The British Colonial Law Courts
The site of the building was historically occupied by the Lusignan Palace, the former residence of the Frankish kings of Cyprus in the Middle Ages. The British colonial administration saw this building too weak and ruinous and decided to destroy it. They wanted to keep the historical gate of the palace, which was technically impossible and therefore it was moved to the present-day Lapidary Museum.
The current law courts building was designed in 1899 by Charles Bellamy, the Director of Public Works. The construction lasted between 1900 and 1904, after which the law courts, postal service, land registry office and police moved in. By the 1920s, when the building was considered too small for the administration needs, new blocks were added to the east and west of the central building. The building was again part by part renovated between 1998 and 2009.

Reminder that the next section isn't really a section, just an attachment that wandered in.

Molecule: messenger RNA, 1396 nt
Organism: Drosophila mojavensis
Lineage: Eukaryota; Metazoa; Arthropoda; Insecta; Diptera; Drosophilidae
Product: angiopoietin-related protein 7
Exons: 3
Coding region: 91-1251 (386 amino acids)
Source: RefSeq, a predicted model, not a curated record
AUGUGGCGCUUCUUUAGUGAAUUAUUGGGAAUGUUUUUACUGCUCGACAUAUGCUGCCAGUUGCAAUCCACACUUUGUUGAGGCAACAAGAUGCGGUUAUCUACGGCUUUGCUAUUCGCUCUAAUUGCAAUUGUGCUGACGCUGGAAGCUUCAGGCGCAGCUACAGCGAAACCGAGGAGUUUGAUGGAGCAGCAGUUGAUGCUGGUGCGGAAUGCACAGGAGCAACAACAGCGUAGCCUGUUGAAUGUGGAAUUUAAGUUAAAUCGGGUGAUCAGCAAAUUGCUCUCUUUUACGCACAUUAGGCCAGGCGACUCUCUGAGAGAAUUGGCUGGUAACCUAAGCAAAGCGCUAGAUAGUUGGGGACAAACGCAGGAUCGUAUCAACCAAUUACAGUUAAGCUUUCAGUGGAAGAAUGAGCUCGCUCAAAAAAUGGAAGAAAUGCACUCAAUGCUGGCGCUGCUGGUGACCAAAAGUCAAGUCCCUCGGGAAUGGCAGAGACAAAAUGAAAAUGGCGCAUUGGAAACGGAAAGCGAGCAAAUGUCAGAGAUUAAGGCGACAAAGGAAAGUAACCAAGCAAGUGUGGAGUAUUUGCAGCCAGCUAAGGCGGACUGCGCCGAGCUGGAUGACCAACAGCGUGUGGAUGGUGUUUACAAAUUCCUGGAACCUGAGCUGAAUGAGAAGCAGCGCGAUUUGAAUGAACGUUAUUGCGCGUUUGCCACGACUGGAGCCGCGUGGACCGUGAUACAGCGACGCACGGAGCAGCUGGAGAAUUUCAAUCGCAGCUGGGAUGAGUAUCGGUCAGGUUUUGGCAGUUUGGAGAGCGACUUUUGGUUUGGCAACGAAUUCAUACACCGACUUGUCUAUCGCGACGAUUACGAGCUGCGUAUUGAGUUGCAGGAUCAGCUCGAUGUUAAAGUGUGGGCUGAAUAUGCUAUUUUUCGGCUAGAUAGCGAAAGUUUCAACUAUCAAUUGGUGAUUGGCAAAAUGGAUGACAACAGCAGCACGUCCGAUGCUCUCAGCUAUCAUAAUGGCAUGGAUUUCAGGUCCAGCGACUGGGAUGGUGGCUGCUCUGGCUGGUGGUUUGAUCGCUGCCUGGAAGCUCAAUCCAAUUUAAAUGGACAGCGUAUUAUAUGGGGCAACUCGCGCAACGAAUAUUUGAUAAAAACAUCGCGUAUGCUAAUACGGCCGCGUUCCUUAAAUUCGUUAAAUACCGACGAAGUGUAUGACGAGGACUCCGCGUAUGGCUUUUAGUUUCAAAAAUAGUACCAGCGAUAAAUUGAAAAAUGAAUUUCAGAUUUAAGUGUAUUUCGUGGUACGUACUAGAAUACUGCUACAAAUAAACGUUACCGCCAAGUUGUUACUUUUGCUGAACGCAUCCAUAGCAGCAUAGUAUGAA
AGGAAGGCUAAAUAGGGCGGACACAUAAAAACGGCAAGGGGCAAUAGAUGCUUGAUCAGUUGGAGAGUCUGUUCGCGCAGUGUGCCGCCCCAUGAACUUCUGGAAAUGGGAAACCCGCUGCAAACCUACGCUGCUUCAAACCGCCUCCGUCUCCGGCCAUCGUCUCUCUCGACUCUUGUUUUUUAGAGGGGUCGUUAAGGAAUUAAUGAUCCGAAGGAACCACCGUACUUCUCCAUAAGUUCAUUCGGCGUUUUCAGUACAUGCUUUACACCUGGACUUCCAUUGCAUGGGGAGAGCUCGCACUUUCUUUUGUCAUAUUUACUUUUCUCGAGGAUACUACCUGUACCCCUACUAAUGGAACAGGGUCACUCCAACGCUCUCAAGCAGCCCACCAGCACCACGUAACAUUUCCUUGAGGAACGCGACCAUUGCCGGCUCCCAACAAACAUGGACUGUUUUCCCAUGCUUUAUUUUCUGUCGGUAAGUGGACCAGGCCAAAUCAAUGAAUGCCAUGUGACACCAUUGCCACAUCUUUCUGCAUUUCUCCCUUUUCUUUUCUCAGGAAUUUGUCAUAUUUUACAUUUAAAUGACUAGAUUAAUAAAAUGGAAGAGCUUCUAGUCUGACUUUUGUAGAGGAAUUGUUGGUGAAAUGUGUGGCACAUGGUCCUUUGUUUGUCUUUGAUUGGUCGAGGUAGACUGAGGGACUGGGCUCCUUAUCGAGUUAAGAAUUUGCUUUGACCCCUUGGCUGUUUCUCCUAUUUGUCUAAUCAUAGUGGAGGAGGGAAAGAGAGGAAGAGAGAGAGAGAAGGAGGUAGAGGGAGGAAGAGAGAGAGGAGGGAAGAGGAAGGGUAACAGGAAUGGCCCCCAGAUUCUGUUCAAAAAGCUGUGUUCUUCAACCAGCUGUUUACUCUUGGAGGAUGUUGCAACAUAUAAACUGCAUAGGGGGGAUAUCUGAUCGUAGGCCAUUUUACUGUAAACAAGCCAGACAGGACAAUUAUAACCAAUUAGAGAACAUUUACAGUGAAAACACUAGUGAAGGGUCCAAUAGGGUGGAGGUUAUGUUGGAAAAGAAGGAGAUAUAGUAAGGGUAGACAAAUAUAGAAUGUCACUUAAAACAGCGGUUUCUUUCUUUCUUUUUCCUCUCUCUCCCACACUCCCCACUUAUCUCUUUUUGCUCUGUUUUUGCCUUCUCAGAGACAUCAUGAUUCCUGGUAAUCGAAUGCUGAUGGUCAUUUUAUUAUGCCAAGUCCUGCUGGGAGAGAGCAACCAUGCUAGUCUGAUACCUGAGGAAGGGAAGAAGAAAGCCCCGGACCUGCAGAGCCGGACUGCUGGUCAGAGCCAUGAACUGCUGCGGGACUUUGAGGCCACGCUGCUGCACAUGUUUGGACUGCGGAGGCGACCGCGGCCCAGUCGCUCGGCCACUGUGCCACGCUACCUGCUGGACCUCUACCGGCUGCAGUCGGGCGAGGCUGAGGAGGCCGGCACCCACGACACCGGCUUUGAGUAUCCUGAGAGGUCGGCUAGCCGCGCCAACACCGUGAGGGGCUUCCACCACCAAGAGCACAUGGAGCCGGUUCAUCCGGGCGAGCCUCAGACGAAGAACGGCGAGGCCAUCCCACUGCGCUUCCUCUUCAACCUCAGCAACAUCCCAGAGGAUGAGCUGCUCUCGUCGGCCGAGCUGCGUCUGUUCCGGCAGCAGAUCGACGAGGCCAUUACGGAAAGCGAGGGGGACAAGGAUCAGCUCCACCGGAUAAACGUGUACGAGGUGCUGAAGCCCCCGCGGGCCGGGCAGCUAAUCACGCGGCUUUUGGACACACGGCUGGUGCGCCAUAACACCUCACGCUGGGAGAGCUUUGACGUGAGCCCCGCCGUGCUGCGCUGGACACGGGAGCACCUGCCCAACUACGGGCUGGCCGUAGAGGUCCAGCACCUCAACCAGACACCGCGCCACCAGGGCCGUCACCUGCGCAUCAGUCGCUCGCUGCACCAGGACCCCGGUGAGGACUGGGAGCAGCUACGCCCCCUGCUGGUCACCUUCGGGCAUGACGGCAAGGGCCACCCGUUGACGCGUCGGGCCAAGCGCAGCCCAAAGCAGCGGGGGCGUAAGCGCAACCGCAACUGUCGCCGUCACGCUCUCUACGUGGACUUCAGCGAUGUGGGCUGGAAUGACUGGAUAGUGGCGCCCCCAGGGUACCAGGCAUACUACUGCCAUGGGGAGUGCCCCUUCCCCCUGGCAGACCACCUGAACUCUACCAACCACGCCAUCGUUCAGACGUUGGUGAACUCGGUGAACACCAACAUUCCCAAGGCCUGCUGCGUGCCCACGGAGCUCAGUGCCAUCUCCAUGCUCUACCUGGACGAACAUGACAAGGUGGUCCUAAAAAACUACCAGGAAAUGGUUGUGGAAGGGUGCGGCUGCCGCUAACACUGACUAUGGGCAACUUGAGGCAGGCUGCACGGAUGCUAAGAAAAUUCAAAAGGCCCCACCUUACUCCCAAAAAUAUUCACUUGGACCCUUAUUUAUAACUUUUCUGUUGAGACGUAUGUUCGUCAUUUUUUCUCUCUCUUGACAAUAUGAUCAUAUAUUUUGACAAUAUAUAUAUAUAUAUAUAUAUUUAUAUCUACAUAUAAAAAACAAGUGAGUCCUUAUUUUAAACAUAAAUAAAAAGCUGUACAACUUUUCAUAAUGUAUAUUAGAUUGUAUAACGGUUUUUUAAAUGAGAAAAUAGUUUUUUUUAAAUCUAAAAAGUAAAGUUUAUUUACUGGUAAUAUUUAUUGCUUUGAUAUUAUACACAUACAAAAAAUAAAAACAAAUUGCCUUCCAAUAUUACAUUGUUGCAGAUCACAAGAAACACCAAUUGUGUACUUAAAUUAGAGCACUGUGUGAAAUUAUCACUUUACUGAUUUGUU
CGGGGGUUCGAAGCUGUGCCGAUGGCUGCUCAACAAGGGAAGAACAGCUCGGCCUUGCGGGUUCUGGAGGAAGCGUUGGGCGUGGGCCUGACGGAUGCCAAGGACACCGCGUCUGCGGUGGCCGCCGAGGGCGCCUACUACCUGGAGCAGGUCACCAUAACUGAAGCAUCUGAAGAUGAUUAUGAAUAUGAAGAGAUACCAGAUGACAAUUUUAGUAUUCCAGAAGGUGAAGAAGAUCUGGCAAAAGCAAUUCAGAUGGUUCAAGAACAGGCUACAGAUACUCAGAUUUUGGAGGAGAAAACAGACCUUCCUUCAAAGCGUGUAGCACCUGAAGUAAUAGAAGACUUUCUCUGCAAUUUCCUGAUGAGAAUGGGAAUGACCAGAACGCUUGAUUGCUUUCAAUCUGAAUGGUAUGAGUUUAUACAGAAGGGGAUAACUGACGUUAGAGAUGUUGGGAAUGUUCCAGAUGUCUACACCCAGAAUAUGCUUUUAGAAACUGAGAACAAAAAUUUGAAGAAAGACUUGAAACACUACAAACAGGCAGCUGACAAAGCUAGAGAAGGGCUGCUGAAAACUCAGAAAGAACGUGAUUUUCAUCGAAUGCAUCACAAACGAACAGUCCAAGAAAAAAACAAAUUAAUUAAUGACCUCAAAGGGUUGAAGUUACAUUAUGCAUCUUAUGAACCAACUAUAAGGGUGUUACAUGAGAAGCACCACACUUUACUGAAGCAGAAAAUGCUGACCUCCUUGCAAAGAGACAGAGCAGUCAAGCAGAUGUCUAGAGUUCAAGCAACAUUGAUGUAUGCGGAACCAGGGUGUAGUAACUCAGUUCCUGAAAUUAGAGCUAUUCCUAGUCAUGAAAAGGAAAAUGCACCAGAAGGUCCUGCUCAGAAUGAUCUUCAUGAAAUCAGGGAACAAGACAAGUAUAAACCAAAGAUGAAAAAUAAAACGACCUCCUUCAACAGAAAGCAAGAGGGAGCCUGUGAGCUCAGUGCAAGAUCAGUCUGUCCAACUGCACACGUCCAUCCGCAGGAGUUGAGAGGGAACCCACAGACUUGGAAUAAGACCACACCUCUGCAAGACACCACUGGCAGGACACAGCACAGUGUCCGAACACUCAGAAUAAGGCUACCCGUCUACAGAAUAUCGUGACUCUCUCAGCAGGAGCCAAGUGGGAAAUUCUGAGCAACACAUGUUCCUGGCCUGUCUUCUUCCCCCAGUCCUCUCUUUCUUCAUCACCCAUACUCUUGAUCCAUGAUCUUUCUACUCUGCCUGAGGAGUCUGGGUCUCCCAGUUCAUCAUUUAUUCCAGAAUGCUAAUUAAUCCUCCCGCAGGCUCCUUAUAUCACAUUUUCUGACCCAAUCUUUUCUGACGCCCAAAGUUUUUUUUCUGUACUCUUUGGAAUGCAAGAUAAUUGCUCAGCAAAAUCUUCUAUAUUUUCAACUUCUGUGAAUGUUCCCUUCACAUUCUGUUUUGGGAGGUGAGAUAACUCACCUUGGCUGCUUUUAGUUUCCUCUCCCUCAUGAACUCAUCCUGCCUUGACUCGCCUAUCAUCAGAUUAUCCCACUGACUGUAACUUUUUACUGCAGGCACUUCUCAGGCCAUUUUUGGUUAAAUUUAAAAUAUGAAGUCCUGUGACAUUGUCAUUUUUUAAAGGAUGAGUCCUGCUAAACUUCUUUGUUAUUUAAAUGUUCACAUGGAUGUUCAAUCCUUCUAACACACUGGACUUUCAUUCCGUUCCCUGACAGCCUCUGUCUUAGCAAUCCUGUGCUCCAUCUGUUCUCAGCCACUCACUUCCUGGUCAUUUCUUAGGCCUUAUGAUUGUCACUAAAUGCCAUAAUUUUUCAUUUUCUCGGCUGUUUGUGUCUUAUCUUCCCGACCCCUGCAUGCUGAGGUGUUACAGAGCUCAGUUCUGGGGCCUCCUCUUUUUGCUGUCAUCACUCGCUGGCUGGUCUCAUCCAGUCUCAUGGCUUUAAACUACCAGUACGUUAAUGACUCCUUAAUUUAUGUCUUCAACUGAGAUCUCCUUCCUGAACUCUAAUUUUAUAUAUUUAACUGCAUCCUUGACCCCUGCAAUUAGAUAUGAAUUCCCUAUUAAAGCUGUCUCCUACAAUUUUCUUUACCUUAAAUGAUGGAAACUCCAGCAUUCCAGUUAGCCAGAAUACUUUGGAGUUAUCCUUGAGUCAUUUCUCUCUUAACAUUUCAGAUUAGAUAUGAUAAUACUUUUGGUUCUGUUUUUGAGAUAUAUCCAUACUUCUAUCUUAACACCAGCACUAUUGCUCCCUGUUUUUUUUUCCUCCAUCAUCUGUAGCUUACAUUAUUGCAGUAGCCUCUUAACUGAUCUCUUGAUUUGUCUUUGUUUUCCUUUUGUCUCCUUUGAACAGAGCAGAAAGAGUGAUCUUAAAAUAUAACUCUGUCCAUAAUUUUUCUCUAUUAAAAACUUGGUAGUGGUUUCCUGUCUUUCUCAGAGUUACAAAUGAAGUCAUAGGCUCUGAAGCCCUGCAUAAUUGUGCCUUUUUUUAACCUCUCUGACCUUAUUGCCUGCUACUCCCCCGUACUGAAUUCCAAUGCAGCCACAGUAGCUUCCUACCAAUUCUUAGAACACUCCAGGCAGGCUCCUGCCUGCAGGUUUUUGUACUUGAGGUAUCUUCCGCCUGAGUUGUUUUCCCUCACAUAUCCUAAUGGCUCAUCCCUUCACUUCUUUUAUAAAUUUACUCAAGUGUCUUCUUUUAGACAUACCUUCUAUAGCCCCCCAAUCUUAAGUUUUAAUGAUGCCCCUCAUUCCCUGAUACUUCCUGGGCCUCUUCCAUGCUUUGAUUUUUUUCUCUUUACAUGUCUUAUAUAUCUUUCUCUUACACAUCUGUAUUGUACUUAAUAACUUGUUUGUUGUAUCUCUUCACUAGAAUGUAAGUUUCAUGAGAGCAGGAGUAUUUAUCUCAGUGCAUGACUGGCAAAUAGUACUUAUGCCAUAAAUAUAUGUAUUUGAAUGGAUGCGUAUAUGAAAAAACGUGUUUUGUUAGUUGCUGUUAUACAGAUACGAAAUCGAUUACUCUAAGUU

The building is in the Neoclassical architectural style. The central building is rectangular and built of yellow stone (ashlar). The entrance gate is a tower that protrudes from the front façade of the building, with semicircular arches on its three sides. The other façades are characterized by two-story colonnades and rooms located behind these.